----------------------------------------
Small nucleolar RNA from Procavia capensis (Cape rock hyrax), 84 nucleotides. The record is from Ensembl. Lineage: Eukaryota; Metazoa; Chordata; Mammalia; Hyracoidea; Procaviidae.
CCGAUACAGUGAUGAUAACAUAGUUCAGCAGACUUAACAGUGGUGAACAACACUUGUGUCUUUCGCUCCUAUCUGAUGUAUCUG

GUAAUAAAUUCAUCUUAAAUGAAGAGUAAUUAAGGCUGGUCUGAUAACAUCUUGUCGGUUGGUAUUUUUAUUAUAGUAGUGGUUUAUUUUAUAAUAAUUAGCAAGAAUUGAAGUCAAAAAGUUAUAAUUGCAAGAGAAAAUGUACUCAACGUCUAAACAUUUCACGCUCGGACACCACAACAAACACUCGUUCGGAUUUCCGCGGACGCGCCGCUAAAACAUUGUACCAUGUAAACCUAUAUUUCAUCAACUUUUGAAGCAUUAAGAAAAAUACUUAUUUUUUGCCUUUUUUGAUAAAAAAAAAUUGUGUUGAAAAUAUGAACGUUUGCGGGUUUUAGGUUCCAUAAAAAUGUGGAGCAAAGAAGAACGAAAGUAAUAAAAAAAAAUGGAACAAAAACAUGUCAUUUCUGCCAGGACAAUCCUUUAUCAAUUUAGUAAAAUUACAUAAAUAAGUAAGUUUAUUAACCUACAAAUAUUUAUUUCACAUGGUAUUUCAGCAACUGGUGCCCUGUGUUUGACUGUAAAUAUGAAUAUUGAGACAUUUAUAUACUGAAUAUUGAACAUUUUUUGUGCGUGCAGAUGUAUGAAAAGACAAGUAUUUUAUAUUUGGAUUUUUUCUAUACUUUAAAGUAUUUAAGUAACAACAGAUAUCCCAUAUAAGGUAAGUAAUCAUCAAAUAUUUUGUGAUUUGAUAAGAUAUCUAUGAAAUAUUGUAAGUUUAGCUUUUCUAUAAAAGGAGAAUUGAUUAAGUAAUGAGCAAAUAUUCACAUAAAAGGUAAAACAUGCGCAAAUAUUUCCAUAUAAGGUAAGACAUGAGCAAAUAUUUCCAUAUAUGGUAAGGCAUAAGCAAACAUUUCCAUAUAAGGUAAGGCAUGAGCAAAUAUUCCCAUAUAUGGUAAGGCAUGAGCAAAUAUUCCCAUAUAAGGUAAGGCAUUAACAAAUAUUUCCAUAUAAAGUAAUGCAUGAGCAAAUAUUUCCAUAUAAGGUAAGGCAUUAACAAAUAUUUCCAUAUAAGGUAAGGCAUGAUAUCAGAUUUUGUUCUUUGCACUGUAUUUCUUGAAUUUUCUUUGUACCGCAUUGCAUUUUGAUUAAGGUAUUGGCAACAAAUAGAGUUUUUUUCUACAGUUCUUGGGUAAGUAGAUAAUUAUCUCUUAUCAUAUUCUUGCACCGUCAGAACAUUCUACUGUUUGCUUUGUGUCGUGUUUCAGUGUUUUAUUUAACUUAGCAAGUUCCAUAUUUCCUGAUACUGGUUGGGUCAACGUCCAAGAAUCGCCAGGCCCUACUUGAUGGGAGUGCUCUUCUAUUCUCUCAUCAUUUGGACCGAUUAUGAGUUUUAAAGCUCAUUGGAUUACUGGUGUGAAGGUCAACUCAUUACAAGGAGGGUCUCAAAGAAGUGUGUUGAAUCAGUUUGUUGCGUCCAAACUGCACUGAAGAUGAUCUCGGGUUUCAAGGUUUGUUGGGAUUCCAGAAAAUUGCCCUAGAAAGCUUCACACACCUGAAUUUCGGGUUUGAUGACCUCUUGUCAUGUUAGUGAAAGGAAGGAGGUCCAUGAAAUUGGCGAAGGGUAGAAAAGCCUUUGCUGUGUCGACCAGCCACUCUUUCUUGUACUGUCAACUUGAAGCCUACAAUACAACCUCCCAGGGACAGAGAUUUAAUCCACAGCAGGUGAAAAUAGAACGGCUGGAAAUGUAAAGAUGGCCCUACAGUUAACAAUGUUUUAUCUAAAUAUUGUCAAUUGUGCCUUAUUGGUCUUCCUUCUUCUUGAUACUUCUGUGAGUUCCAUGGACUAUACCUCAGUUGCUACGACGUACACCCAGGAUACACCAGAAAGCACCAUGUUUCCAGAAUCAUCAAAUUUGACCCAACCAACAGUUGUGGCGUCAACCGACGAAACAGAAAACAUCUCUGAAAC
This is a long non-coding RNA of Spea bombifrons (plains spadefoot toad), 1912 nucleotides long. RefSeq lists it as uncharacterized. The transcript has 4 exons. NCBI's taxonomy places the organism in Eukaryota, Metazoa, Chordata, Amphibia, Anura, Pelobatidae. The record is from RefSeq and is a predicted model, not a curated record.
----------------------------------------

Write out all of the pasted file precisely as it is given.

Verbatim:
Small nucleolar RNA from Procavia capensis (Cape rock hyrax), 84 nucleotides. The record is from Ensembl. Lineage: Eukaryota; Metazoa; Chordata; Mammalia; Hyracoidea; Procaviidae.
CCGAUACAGUGAUGAUAACAUAGUUCAGCAGACUUAACAGUGGUGAACAACACUUGUGUCUUUCGCUCCUAUCUGAUGUAUCUG

GUAAUAAAUUCAUCUUAAAUGAAGAGUAAUUAAGGCUGGUCUGAUAACAUCUUGUCGGUUGGUAUUUUUAUUAUAGUAGUGGUUUAUUUUAUAAUAAUUAGCAAGAAUUGAAGUCAAAAAGUUAUAAUUGCAAGAGAAAAUGUACUCAACGUCUAAACAUUUCACGCUCGGACACCACAACAAACACUCGUUCGGAUUUCCGCGGACGCGCCGCUAAAACAUUGUACCAUGUAAACCUAUAUUUCAUCAACUUUUGAAGCAUUAAGAAAAAUACUUAUUUUUUGCCUUUUUUGAUAAAAAAAAAUUGUGUUGAAAAUAUGAACGUUUGCGGGUUUUAGGUUCCAUAAAAAUGUGGAGCAAAGAAGAACGAAAGUAAUAAAAAAAAAUGGAACAAAAACAUGUCAUUUCUGCCAGGACAAUCCUUUAUCAAUUUAGUAAAAUUACAUAAAUAAGUAAGUUUAUUAACCUACAAAUAUUUAUUUCACAUGGUAUUUCAGCAACUGGUGCCCUGUGUUUGACUGUAAAUAUGAAUAUUGAGACAUUUAUAUACUGAAUAUUGAACAUUUUUUGUGCGUGCAGAUGUAUGAAAAGACAAGUAUUUUAUAUUUGGAUUUUUUCUAUACUUUAAAGUAUUUAAGUAACAACAGAUAUCCCAUAUAAGGUAAGUAAUCAUCAAAUAUUUUGUGAUUUGAUAAGAUAUCUAUGAAAUAUUGUAAGUUUAGCUUUUCUAUAAAAGGAGAAUUGAUUAAGUAAUGAGCAAAUAUUCACAUAAAAGGUAAAACAUGCGCAAAUAUUUCCAUAUAAGGUAAGACAUGAGCAAAUAUUUCCAUAUAUGGUAAGGCAUAAGCAAACAUUUCCAUAUAAGGUAAGGCAUGAGCAAAUAUUCCCAUAUAUGGUAAGGCAUGAGCAAAUAUUCCCAUAUAAGGUAAGGCAUUAACAAAUAUUUCCAUAUAAAGUAAUGCAUGAGCAAAUAUUUCCAUAUAAGGUAAGGCAUUAACAAAUAUUUCCAUAUAAGGUAAGGCAUGAUAUCAGAUUUUGUUCUUUGCACUGUAUUUCUUGAAUUUUCUUUGUACCGCAUUGCAUUUUGAUUAAGGUAUUGGCAACAAAUAGAGUUUUUUUCUACAGUUCUUGGGUAAGUAGAUAAUUAUCUCUUAUCAUAUUCUUGCACCGUCAGAACAUUCUACUGUUUGCUUUGUGUCGUGUUUCAGUGUUUUAUUUAACUUAGCAAGUUCCAUAUUUCCUGAUACUGGUUGGGUCAACGUCCAAGAAUCGCCAGGCCCUACUUGAUGGGAGUGCUCUUCUAUUCUCUCAUCAUUUGGACCGAUUAUGAGUUUUAAAGCUCAUUGGAUUACUGGUGUGAAGGUCAACUCAUUACAAGGAGGGUCUCAAAGAAGUGUGUUGAAUCAGUUUGUUGCGUCCAAACUGCACUGAAGAUGAUCUCGGGUUUCAAGGUUUGUUGGGAUUCCAGAAAAUUGCCCUAGAAAGCUUCACACACCUGAAUUUCGGGUUUGAUGACCUCUUGUCAUGUUAGUGAAAGGAAGGAGGUCCAUGAAAUUGGCGAAGGGUAGAAAAGCCUUUGCUGUGUCGACCAGCCACUCUUUCUUGUACUGUCAACUUGAAGCCUACAAUACAACCUCCCAGGGACAGAGAUUUAAUCCACAGCAGGUGAAAAUAGAACGGCUGGAAAUGUAAAGAUGGCCCUACAGUUAACAAUGUUUUAUCUAAAUAUUGUCAAUUGUGCCUUAUUGGUCUUCCUUCUUCUUGAUACUUCUGUGAGUUCCAUGGACUAUACCUCAGUUGCUACGACGUACACCCAGGAUACACCAGAAAGCACCAUGUUUCCAGAAUCAUCAAAUUUGACCCAACCAACAGUUGUGGCGUCAACCGACGAAACAGAAAACAUCUCUGAAAC
This is a long non-coding RNA of Spea bombifrons (plains spadefoot toad), 1912 nucleotides long. RefSeq lists it as uncharacterized. The transcript has 4 exons. NCBI's taxonomy places the organism in Eukaryota, Metazoa, Chordata, Amphibia, Anura, Pelobatidae. The record is from RefSeq and is a predicted model, not a curated record.